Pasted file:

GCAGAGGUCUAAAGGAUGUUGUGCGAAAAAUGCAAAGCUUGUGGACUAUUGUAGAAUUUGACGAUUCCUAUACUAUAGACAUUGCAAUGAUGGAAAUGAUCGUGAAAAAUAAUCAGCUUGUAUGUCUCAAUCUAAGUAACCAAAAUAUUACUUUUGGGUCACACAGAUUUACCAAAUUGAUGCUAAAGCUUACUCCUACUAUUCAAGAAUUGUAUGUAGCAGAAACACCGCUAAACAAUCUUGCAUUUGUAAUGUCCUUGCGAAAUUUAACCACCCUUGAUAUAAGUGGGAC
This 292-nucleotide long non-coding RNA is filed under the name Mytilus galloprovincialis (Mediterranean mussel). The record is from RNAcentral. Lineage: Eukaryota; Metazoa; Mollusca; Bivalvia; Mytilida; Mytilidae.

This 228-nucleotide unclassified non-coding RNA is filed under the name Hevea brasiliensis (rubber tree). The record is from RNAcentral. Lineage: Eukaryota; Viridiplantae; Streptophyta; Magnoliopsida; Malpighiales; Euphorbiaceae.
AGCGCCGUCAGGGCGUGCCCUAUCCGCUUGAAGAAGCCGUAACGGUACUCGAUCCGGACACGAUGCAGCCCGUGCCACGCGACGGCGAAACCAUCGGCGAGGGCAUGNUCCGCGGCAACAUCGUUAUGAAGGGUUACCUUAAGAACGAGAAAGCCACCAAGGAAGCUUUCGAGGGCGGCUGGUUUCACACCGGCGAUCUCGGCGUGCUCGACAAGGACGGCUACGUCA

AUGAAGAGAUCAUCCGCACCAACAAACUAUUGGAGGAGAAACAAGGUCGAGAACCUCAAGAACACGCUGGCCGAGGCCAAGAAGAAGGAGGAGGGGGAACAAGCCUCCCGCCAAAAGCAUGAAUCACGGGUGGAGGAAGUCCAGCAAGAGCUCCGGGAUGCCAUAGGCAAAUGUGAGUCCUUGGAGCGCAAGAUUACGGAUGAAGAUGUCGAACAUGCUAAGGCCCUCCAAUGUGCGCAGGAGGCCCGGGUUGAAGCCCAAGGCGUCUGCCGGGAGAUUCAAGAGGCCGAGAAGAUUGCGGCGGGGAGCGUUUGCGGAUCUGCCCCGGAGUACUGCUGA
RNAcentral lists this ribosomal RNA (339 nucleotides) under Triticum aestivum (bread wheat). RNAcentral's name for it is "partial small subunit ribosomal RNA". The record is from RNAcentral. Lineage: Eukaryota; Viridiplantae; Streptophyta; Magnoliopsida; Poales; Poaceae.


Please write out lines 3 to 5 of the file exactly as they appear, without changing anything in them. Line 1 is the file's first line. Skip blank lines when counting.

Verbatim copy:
This 228-nucleotide unclassified non-coding RNA is filed under the name Hevea brasiliensis (rubber tree). The record is from RNAcentral. Lineage: Eukaryota; Viridiplantae; Streptophyta; Magnoliopsida; Malpighiales; Euphorbiaceae.
AGCGCCGUCAGGGCGUGCCCUAUCCGCUUGAAGAAGCCGUAACGGUACUCGAUCCGGACACGAUGCAGCCCGUGCCACGCGACGGCGAAACCAUCGGCGAGGGCAUGNUCCGCGGCAACAUCGUUAUGAAGGGUUACCUUAAGAACGAGAAAGCCACCAAGGAAGCUUUCGAGGGCGGCUGGUUUCACACCGGCGAUCUCGGCGUGCUCGACAAGGACGGCUACGUCA

AUGAAGAGAUCAUCCGCACCAACAAACUAUUGGAGGAGAAACAAGGUCGAGAACCUCAAGAACACGCUGGCCGAGGCCAAGAAGAAGGAGGAGGGGGAACAAGCCUCCCGCCAAAAGCAUGAAUCACGGGUGGAGGAAGUCCAGCAAGAGCUCCGGGAUGCCAUAGGCAAAUGUGAGUCCUUGGAGCGCAAGAUUACGGAUGAAGAUGUCGAACAUGCUAAGGCCCUCCAAUGUGCGCAGGAGGCCCGGGUUGAAGCCCAAGGCGUCUGCCGGGAGAUUCAAGAGGCCGAGAAGAUUGCGGCGGGGAGCGUUUGCGGAUCUGCCCCGGAGUACUGCUGA